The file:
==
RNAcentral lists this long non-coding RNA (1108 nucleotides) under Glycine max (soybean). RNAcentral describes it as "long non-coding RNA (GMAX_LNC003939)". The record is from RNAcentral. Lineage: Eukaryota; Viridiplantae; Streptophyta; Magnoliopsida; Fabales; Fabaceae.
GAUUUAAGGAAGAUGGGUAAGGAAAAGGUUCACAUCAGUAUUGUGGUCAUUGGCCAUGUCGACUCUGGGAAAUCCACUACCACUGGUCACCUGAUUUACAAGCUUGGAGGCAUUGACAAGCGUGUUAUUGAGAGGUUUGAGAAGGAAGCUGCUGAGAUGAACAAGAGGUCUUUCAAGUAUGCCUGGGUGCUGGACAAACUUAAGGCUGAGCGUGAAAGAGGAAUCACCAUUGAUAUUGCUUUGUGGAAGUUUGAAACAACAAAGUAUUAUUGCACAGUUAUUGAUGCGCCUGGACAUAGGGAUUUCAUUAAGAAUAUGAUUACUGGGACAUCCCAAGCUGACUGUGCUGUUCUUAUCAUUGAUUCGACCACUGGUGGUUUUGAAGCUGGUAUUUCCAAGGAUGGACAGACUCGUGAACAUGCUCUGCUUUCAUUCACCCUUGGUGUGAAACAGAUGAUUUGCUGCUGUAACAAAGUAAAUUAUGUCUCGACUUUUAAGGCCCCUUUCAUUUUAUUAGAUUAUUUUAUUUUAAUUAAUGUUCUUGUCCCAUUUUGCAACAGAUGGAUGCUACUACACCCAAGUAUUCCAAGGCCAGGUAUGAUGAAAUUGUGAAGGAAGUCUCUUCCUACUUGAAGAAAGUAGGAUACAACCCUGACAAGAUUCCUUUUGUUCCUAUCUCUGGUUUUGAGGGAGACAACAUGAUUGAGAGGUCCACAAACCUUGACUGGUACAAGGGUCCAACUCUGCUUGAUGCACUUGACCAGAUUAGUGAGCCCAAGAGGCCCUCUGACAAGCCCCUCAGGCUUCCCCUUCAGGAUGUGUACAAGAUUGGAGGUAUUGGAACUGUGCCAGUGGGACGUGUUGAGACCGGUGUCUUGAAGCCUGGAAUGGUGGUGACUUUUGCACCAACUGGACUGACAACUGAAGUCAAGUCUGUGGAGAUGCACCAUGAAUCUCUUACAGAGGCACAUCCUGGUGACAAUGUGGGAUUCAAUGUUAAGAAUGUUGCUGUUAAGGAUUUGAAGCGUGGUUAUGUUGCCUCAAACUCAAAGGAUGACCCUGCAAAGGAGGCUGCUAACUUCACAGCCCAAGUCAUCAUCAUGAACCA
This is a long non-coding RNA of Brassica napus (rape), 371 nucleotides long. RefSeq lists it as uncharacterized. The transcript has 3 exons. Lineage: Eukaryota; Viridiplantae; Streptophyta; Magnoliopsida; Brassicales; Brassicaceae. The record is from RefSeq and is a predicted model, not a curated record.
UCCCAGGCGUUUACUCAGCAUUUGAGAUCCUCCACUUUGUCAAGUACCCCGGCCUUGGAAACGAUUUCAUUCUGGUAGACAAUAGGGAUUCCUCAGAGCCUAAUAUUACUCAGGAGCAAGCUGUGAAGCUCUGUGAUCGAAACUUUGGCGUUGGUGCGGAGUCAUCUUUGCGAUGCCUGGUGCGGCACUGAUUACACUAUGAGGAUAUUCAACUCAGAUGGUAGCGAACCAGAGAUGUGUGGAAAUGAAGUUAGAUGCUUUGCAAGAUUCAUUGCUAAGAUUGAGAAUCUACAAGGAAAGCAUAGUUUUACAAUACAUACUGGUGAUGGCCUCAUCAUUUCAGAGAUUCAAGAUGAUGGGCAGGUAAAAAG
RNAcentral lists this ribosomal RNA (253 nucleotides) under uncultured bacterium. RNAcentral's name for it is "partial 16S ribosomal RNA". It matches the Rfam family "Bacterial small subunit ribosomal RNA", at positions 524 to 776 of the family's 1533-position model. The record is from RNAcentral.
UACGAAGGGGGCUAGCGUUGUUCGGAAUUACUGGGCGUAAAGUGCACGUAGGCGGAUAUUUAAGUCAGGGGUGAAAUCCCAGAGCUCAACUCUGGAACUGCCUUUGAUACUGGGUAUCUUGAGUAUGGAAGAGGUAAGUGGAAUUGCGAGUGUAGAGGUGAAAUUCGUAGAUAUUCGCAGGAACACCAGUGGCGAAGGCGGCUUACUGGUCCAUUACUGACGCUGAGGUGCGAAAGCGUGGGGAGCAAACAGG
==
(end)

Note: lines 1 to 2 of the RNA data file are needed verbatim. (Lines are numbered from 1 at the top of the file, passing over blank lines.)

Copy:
RNAcentral lists this long non-coding RNA (1108 nucleotides) under Glycine max (soybean). RNAcentral describes it as "long non-coding RNA (GMAX_LNC003939)". The record is from RNAcentral. Lineage: Eukaryota; Viridiplantae; Streptophyta; Magnoliopsida; Fabales; Fabaceae.
GAUUUAAGGAAGAUGGGUAAGGAAAAGGUUCACAUCAGUAUUGUGGUCAUUGGCCAUGUCGACUCUGGGAAAUCCACUACCACUGGUCACCUGAUUUACAAGCUUGGAGGCAUUGACAAGCGUGUUAUUGAGAGGUUUGAGAAGGAAGCUGCUGAGAUGAACAAGAGGUCUUUCAAGUAUGCCUGGGUGCUGGACAAACUUAAGGCUGAGCGUGAAAGAGGAAUCACCAUUGAUAUUGCUUUGUGGAAGUUUGAAACAACAAAGUAUUAUUGCACAGUUAUUGAUGCGCCUGGACAUAGGGAUUUCAUUAAGAAUAUGAUUACUGGGACAUCCCAAGCUGACUGUGCUGUUCUUAUCAUUGAUUCGACCACUGGUGGUUUUGAAGCUGGUAUUUCCAAGGAUGGACAGACUCGUGAACAUGCUCUGCUUUCAUUCACCCUUGGUGUGAAACAGAUGAUUUGCUGCUGUAACAAAGUAAAUUAUGUCUCGACUUUUAAGGCCCCUUUCAUUUUAUUAGAUUAUUUUAUUUUAAUUAAUGUUCUUGUCCCAUUUUGCAACAGAUGGAUGCUACUACACCCAAGUAUUCCAAGGCCAGGUAUGAUGAAAUUGUGAAGGAAGUCUCUUCCUACUUGAAGAAAGUAGGAUACAACCCUGACAAGAUUCCUUUUGUUCCUAUCUCUGGUUUUGAGGGAGACAACAUGAUUGAGAGGUCCACAAACCUUGACUGGUACAAGGGUCCAACUCUGCUUGAUGCACUUGACCAGAUUAGUGAGCCCAAGAGGCCCUCUGACAAGCCCCUCAGGCUUCCCCUUCAGGAUGUGUACAAGAUUGGAGGUAUUGGAACUGUGCCAGUGGGACGUGUUGAGACCGGUGUCUUGAAGCCUGGAAUGGUGGUGACUUUUGCACCAACUGGACUGACAACUGAAGUCAAGUCUGUGGAGAUGCACCAUGAAUCUCUUACAGAGGCACAUCCUGGUGACAAUGUGGGAUUCAAUGUUAAGAAUGUUGCUGUUAAGGAUUUGAAGCGUGGUUAUGUUGCCUCAAACUCAAAGGAUGACCCUGCAAAGGAGGCUGCUAACUUCACAGCCCAAGUCAUCAUCAUGAACCA